At this point in the play, Macbeth has achieved his ambitious dream of becoming king of Scotland. However, even though he anticipated the price of killing Duncan would be high, gaining the throne has cost him more than he thought. He is beset with worry that enemies will undo him and former friends betray him. He cannot rest easy on the throne.
Therefore, as he thinks back on the witches' prophecy that Banquo's descendants will inherit Scotland's throne, he becomes bitter. He says "only for them," meaning by "them" Banquo's heirs, contemptuously, now realizing it was hardly worth it to sacrifice his "eternal jewel"—his salvation in heaven—so that Banquo's line could be kings. Since being king in the present moment is no fun and brings Macbeth no fulfillment, he seethes with anger that his work may "make . . . the seed of Banquo kings!" We can almost feel him gnashing his teeth and wanting to lash out at someone in his pain.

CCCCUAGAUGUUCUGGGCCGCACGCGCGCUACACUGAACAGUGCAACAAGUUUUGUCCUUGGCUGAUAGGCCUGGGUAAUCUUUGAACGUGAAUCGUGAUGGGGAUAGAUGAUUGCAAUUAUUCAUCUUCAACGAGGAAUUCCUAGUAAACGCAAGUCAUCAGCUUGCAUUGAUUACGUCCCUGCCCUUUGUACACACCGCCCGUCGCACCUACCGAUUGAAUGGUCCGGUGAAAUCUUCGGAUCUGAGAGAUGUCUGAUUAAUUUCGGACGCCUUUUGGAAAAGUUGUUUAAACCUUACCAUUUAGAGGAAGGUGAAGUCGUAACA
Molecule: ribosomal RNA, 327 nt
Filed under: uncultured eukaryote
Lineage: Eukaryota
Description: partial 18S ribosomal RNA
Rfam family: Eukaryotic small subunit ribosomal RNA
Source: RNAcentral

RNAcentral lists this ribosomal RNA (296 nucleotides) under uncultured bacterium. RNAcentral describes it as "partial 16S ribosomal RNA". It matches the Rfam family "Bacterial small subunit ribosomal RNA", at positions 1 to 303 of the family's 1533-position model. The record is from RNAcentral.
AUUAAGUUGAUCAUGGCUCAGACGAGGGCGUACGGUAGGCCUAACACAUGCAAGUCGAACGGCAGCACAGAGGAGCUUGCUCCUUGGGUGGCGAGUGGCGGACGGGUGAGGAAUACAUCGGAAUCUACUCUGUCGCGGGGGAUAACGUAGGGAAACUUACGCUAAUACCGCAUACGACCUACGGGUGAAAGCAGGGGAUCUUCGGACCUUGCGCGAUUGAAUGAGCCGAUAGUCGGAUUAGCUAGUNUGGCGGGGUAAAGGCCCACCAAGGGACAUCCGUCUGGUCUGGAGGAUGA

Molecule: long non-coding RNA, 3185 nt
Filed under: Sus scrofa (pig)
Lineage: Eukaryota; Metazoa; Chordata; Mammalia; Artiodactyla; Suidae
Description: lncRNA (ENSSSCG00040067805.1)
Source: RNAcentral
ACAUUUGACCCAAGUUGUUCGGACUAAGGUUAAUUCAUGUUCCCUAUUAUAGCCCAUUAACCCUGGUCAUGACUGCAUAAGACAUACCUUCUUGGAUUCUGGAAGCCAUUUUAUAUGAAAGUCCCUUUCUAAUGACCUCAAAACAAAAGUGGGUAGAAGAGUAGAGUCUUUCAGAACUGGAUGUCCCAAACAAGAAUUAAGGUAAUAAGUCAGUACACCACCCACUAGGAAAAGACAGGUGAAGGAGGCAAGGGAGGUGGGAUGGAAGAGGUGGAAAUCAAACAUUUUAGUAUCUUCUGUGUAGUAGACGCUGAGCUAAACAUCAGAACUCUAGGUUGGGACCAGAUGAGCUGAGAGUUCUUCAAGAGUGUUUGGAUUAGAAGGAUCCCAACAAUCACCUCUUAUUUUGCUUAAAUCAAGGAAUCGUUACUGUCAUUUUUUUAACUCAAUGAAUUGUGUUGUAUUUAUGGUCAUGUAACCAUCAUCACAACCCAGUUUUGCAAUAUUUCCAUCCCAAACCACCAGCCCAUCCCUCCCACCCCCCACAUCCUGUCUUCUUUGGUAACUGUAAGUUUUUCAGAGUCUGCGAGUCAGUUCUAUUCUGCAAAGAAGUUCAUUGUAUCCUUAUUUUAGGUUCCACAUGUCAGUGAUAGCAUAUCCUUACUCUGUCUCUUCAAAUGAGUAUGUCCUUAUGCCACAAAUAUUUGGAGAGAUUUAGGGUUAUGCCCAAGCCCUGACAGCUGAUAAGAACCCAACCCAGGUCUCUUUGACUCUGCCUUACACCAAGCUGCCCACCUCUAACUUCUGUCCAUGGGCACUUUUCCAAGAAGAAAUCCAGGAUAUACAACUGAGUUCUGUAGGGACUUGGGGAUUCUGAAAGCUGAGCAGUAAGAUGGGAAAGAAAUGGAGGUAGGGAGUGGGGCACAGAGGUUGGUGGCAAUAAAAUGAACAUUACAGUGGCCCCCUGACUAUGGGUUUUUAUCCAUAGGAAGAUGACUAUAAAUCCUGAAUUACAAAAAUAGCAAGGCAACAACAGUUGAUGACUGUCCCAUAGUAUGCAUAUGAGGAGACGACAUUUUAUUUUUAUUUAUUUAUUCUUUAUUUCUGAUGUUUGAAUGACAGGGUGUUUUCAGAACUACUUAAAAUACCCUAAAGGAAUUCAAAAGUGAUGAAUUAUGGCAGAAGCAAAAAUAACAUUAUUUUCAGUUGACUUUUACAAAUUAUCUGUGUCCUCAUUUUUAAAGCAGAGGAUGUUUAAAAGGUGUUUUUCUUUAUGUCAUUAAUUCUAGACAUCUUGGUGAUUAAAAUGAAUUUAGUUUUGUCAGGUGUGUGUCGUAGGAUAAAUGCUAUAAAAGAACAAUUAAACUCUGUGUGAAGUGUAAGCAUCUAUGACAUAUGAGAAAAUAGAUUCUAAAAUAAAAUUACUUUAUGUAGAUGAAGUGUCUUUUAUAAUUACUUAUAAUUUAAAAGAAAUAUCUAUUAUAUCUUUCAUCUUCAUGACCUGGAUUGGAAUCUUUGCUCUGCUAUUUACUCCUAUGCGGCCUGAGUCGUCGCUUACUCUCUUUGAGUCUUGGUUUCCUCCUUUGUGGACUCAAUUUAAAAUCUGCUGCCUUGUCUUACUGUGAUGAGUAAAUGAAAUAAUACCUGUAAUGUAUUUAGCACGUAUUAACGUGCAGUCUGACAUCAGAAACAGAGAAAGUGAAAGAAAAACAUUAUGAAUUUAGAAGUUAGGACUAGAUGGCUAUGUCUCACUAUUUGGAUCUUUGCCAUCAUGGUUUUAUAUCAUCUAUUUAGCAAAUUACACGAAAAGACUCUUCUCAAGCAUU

It seems clear from this passage that what motivates Macbeth to have Banquo murdered goes beyond merely getting rid of a threat. Macbeth actively wants Banquo dead because he resents the idea that his heirs might be kings: he wants to prevent that from happening out of spite. This shows the deterioration of Macbeth from a moral, if ambitious man, to a soulless, malevolent monster. He has fully turned on his former friend.